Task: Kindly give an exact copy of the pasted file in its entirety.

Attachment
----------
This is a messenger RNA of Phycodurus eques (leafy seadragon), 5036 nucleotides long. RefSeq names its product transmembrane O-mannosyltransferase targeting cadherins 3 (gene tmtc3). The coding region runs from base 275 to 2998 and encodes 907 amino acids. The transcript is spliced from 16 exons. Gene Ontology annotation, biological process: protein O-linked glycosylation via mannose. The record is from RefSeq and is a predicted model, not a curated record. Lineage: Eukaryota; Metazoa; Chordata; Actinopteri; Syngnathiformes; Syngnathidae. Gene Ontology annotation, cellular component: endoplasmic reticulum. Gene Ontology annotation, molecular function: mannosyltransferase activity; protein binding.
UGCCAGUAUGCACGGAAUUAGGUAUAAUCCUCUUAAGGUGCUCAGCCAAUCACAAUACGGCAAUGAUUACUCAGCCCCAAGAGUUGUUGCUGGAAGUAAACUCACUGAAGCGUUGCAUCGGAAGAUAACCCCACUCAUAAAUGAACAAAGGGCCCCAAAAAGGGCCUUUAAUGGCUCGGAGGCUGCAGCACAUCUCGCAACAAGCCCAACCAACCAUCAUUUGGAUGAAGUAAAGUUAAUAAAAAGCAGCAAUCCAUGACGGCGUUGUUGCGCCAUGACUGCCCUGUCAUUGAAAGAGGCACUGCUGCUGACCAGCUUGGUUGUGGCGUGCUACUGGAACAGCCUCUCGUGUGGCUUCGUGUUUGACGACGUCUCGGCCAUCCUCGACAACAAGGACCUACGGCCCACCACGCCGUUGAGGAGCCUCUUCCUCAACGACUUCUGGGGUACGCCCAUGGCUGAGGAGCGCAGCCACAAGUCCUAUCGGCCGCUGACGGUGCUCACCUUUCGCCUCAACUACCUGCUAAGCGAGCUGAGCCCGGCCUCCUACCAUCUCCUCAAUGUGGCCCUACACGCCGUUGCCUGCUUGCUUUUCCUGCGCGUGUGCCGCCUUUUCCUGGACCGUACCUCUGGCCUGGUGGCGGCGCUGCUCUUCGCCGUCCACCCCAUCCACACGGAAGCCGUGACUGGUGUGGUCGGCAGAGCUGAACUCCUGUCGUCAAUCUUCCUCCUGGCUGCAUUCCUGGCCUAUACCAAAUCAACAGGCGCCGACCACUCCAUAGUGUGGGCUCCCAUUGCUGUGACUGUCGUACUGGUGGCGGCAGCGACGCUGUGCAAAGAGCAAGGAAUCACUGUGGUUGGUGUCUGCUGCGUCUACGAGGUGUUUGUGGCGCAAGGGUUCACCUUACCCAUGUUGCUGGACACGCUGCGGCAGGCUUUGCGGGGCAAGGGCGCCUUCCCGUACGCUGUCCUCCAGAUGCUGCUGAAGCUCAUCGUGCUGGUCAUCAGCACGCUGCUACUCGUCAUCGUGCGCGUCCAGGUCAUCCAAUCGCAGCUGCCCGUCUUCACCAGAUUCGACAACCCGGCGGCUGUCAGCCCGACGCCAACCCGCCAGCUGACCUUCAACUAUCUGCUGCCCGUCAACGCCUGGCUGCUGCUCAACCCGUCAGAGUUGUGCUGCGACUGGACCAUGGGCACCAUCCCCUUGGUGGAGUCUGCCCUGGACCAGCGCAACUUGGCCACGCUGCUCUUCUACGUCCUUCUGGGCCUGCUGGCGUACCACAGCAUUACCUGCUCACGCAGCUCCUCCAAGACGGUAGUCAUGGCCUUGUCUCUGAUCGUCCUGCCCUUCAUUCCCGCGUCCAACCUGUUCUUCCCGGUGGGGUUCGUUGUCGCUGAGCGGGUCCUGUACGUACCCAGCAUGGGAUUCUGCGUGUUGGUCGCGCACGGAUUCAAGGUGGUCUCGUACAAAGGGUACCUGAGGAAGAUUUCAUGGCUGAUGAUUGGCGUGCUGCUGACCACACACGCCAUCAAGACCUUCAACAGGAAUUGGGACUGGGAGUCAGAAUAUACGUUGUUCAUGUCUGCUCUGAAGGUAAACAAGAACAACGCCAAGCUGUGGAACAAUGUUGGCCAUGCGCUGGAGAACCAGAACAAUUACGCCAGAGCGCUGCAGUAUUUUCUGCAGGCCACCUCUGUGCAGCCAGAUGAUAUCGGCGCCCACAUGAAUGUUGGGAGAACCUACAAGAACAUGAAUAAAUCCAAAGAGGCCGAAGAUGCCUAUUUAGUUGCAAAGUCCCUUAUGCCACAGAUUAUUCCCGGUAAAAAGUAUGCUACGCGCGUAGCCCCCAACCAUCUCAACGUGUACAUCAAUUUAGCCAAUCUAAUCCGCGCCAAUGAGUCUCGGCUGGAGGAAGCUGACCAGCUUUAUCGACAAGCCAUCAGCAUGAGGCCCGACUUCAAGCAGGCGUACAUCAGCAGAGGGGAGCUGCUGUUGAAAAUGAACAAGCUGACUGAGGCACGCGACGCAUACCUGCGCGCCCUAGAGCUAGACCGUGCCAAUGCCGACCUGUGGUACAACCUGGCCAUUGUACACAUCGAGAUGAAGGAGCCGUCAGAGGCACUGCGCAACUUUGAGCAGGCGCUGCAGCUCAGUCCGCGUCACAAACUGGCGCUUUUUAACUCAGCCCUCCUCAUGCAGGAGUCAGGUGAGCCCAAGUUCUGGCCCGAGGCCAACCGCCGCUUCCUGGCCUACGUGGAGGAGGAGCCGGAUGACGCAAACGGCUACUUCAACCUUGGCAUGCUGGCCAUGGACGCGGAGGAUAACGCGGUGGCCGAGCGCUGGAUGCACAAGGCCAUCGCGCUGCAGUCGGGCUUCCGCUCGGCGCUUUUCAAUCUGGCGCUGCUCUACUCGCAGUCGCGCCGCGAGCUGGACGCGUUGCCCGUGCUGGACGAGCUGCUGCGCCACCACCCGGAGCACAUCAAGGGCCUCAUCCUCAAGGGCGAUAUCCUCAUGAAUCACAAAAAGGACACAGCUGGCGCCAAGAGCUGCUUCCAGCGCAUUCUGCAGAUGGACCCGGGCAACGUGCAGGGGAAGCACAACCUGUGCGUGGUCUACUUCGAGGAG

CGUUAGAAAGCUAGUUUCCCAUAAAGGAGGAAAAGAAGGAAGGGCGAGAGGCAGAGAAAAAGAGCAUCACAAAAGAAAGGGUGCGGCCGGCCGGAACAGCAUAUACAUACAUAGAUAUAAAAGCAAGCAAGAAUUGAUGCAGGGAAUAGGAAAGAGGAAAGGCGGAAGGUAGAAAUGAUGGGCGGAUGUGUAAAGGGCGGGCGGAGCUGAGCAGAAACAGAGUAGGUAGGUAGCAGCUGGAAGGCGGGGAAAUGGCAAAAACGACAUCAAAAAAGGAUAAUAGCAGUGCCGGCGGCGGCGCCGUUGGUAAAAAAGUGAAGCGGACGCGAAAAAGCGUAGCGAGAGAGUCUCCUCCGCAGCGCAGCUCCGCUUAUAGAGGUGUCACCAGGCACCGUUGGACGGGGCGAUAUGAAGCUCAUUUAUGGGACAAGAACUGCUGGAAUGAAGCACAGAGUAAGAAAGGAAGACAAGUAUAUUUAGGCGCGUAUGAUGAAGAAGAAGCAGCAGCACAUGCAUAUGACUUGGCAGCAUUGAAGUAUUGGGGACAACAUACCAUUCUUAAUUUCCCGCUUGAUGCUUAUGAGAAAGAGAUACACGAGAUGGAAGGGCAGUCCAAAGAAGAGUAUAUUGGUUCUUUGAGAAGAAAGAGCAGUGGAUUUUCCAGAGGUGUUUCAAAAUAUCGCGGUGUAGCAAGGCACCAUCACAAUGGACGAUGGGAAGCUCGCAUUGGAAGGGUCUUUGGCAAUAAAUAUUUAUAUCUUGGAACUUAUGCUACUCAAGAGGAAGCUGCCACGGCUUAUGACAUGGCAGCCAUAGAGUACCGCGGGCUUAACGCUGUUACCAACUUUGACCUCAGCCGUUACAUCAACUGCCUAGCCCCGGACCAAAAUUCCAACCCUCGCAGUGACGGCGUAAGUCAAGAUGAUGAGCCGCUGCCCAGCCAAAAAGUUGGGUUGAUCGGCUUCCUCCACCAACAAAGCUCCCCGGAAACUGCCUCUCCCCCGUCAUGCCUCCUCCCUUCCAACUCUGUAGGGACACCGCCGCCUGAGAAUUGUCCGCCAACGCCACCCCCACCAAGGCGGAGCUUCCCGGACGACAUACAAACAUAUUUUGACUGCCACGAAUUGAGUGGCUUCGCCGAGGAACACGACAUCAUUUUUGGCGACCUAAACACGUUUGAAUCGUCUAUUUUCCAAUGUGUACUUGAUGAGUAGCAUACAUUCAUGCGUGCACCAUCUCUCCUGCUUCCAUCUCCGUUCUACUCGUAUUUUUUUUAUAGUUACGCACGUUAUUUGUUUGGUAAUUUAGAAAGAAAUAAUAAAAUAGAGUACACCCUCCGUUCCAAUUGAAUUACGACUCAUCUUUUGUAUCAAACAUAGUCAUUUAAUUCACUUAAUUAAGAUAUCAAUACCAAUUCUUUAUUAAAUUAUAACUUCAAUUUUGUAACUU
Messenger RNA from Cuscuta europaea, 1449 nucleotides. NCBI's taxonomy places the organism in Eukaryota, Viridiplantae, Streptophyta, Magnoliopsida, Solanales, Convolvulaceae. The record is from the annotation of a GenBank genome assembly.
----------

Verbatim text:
This is a messenger RNA of Phycodurus eques (leafy seadragon), 5036 nucleotides long. RefSeq names its product transmembrane O-mannosyltransferase targeting cadherins 3 (gene tmtc3). The coding region runs from base 275 to 2998 and encodes 907 amino acids. The transcript is spliced from 16 exons. Gene Ontology annotation, biological process: protein O-linked glycosylation via mannose. The record is from RefSeq and is a predicted model, not a curated record. Lineage: Eukaryota; Metazoa; Chordata; Actinopteri; Syngnathiformes; Syngnathidae. Gene Ontology annotation, cellular component: endoplasmic reticulum. Gene Ontology annotation, molecular function: mannosyltransferase activity; protein binding.
UGCCAGUAUGCACGGAAUUAGGUAUAAUCCUCUUAAGGUGCUCAGCCAAUCACAAUACGGCAAUGAUUACUCAGCCCCAAGAGUUGUUGCUGGAAGUAAACUCACUGAAGCGUUGCAUCGGAAGAUAACCCCACUCAUAAAUGAACAAAGGGCCCCAAAAAGGGCCUUUAAUGGCUCGGAGGCUGCAGCACAUCUCGCAACAAGCCCAACCAACCAUCAUUUGGAUGAAGUAAAGUUAAUAAAAAGCAGCAAUCCAUGACGGCGUUGUUGCGCCAUGACUGCCCUGUCAUUGAAAGAGGCACUGCUGCUGACCAGCUUGGUUGUGGCGUGCUACUGGAACAGCCUCUCGUGUGGCUUCGUGUUUGACGACGUCUCGGCCAUCCUCGACAACAAGGACCUACGGCCCACCACGCCGUUGAGGAGCCUCUUCCUCAACGACUUCUGGGGUACGCCCAUGGCUGAGGAGCGCAGCCACAAGUCCUAUCGGCCGCUGACGGUGCUCACCUUUCGCCUCAACUACCUGCUAAGCGAGCUGAGCCCGGCCUCCUACCAUCUCCUCAAUGUGGCCCUACACGCCGUUGCCUGCUUGCUUUUCCUGCGCGUGUGCCGCCUUUUCCUGGACCGUACCUCUGGCCUGGUGGCGGCGCUGCUCUUCGCCGUCCACCCCAUCCACACGGAAGCCGUGACUGGUGUGGUCGGCAGAGCUGAACUCCUGUCGUCAAUCUUCCUCCUGGCUGCAUUCCUGGCCUAUACCAAAUCAACAGGCGCCGACCACUCCAUAGUGUGGGCUCCCAUUGCUGUGACUGUCGUACUGGUGGCGGCAGCGACGCUGUGCAAAGAGCAAGGAAUCACUGUGGUUGGUGUCUGCUGCGUCUACGAGGUGUUUGUGGCGCAAGGGUUCACCUUACCCAUGUUGCUGGACACGCUGCGGCAGGCUUUGCGGGGCAAGGGCGCCUUCCCGUACGCUGUCCUCCAGAUGCUGCUGAAGCUCAUCGUGCUGGUCAUCAGCACGCUGCUACUCGUCAUCGUGCGCGUCCAGGUCAUCCAAUCGCAGCUGCCCGUCUUCACCAGAUUCGACAACCCGGCGGCUGUCAGCCCGACGCCAACCCGCCAGCUGACCUUCAACUAUCUGCUGCCCGUCAACGCCUGGCUGCUGCUCAACCCGUCAGAGUUGUGCUGCGACUGGACCAUGGGCACCAUCCCCUUGGUGGAGUCUGCCCUGGACCAGCGCAACUUGGCCACGCUGCUCUUCUACGUCCUUCUGGGCCUGCUGGCGUACCACAGCAUUACCUGCUCACGCAGCUCCUCCAAGACGGUAGUCAUGGCCUUGUCUCUGAUCGUCCUGCCCUUCAUUCCCGCGUCCAACCUGUUCUUCCCGGUGGGGUUCGUUGUCGCUGAGCGGGUCCUGUACGUACCCAGCAUGGGAUUCUGCGUGUUGGUCGCGCACGGAUUCAAGGUGGUCUCGUACAAAGGGUACCUGAGGAAGAUUUCAUGGCUGAUGAUUGGCGUGCUGCUGACCACACACGCCAUCAAGACCUUCAACAGGAAUUGGGACUGGGAGUCAGAAUAUACGUUGUUCAUGUCUGCUCUGAAGGUAAACAAGAACAACGCCAAGCUGUGGAACAAUGUUGGCCAUGCGCUGGAGAACCAGAACAAUUACGCCAGAGCGCUGCAGUAUUUUCUGCAGGCCACCUCUGUGCAGCCAGAUGAUAUCGGCGCCCACAUGAAUGUUGGGAGAACCUACAAGAACAUGAAUAAAUCCAAAGAGGCCGAAGAUGCCUAUUUAGUUGCAAAGUCCCUUAUGCCACAGAUUAUUCCCGGUAAAAAGUAUGCUACGCGCGUAGCCCCCAACCAUCUCAACGUGUACAUCAAUUUAGCCAAUCUAAUCCGCGCCAAUGAGUCUCGGCUGGAGGAAGCUGACCAGCUUUAUCGACAAGCCAUCAGCAUGAGGCCCGACUUCAAGCAGGCGUACAUCAGCAGAGGGGAGCUGCUGUUGAAAAUGAACAAGCUGACUGAGGCACGCGACGCAUACCUGCGCGCCCUAGAGCUAGACCGUGCCAAUGCCGACCUGUGGUACAACCUGGCCAUUGUACACAUCGAGAUGAAGGAGCCGUCAGAGGCACUGCGCAACUUUGAGCAGGCGCUGCAGCUCAGUCCGCGUCACAAACUGGCGCUUUUUAACUCAGCCCUCCUCAUGCAGGAGUCAGGUGAGCCCAAGUUCUGGCCCGAGGCCAACCGCCGCUUCCUGGCCUACGUGGAGGAGGAGCCGGAUGACGCAAACGGCUACUUCAACCUUGGCAUGCUGGCCAUGGACGCGGAGGAUAACGCGGUGGCCGAGCGCUGGAUGCACAAGGCCAUCGCGCUGCAGUCGGGCUUCCGCUCGGCGCUUUUCAAUCUGGCGCUGCUCUACUCGCAGUCGCGCCGCGAGCUGGACGCGUUGCCCGUGCUGGACGAGCUGCUGCGCCACCACCCGGAGCACAUCAAGGGCCUCAUCCUCAAGGGCGAUAUCCUCAUGAAUCACAAAAAGGACACAGCUGGCGCCAAGAGCUGCUUCCAGCGCAUUCUGCAGAUGGACCCGGGCAACGUGCAGGGGAAGCACAACCUGUGCGUGGUCUACUUCGAGGAG

CGUUAGAAAGCUAGUUUCCCAUAAAGGAGGAAAAGAAGGAAGGGCGAGAGGCAGAGAAAAAGAGCAUCACAAAAGAAAGGGUGCGGCCGGCCGGAACAGCAUAUACAUACAUAGAUAUAAAAGCAAGCAAGAAUUGAUGCAGGGAAUAGGAAAGAGGAAAGGCGGAAGGUAGAAAUGAUGGGCGGAUGUGUAAAGGGCGGGCGGAGCUGAGCAGAAACAGAGUAGGUAGGUAGCAGCUGGAAGGCGGGGAAAUGGCAAAAACGACAUCAAAAAAGGAUAAUAGCAGUGCCGGCGGCGGCGCCGUUGGUAAAAAAGUGAAGCGGACGCGAAAAAGCGUAGCGAGAGAGUCUCCUCCGCAGCGCAGCUCCGCUUAUAGAGGUGUCACCAGGCACCGUUGGACGGGGCGAUAUGAAGCUCAUUUAUGGGACAAGAACUGCUGGAAUGAAGCACAGAGUAAGAAAGGAAGACAAGUAUAUUUAGGCGCGUAUGAUGAAGAAGAAGCAGCAGCACAUGCAUAUGACUUGGCAGCAUUGAAGUAUUGGGGACAACAUACCAUUCUUAAUUUCCCGCUUGAUGCUUAUGAGAAAGAGAUACACGAGAUGGAAGGGCAGUCCAAAGAAGAGUAUAUUGGUUCUUUGAGAAGAAAGAGCAGUGGAUUUUCCAGAGGUGUUUCAAAAUAUCGCGGUGUAGCAAGGCACCAUCACAAUGGACGAUGGGAAGCUCGCAUUGGAAGGGUCUUUGGCAAUAAAUAUUUAUAUCUUGGAACUUAUGCUACUCAAGAGGAAGCUGCCACGGCUUAUGACAUGGCAGCCAUAGAGUACCGCGGGCUUAACGCUGUUACCAACUUUGACCUCAGCCGUUACAUCAACUGCCUAGCCCCGGACCAAAAUUCCAACCCUCGCAGUGACGGCGUAAGUCAAGAUGAUGAGCCGCUGCCCAGCCAAAAAGUUGGGUUGAUCGGCUUCCUCCACCAACAAAGCUCCCCGGAAACUGCCUCUCCCCCGUCAUGCCUCCUCCCUUCCAACUCUGUAGGGACACCGCCGCCUGAGAAUUGUCCGCCAACGCCACCCCCACCAAGGCGGAGCUUCCCGGACGACAUACAAACAUAUUUUGACUGCCACGAAUUGAGUGGCUUCGCCGAGGAACACGACAUCAUUUUUGGCGACCUAAACACGUUUGAAUCGUCUAUUUUCCAAUGUGUACUUGAUGAGUAGCAUACAUUCAUGCGUGCACCAUCUCUCCUGCUUCCAUCUCCGUUCUACUCGUAUUUUUUUUAUAGUUACGCACGUUAUUUGUUUGGUAAUUUAGAAAGAAAUAAUAAAAUAGAGUACACCCUCCGUUCCAAUUGAAUUACGACUCAUCUUUUGUAUCAAACAUAGUCAUUUAAUUCACUUAAUUAAGAUAUCAAUACCAAUUCUUUAUUAAAUUAUAACUUCAAUUUUGUAACUU
Messenger RNA from Cuscuta europaea, 1449 nucleotides. NCBI's taxonomy places the organism in Eukaryota, Viridiplantae, Streptophyta, Magnoliopsida, Solanales, Convolvulaceae. The record is from the annotation of a GenBank genome assembly.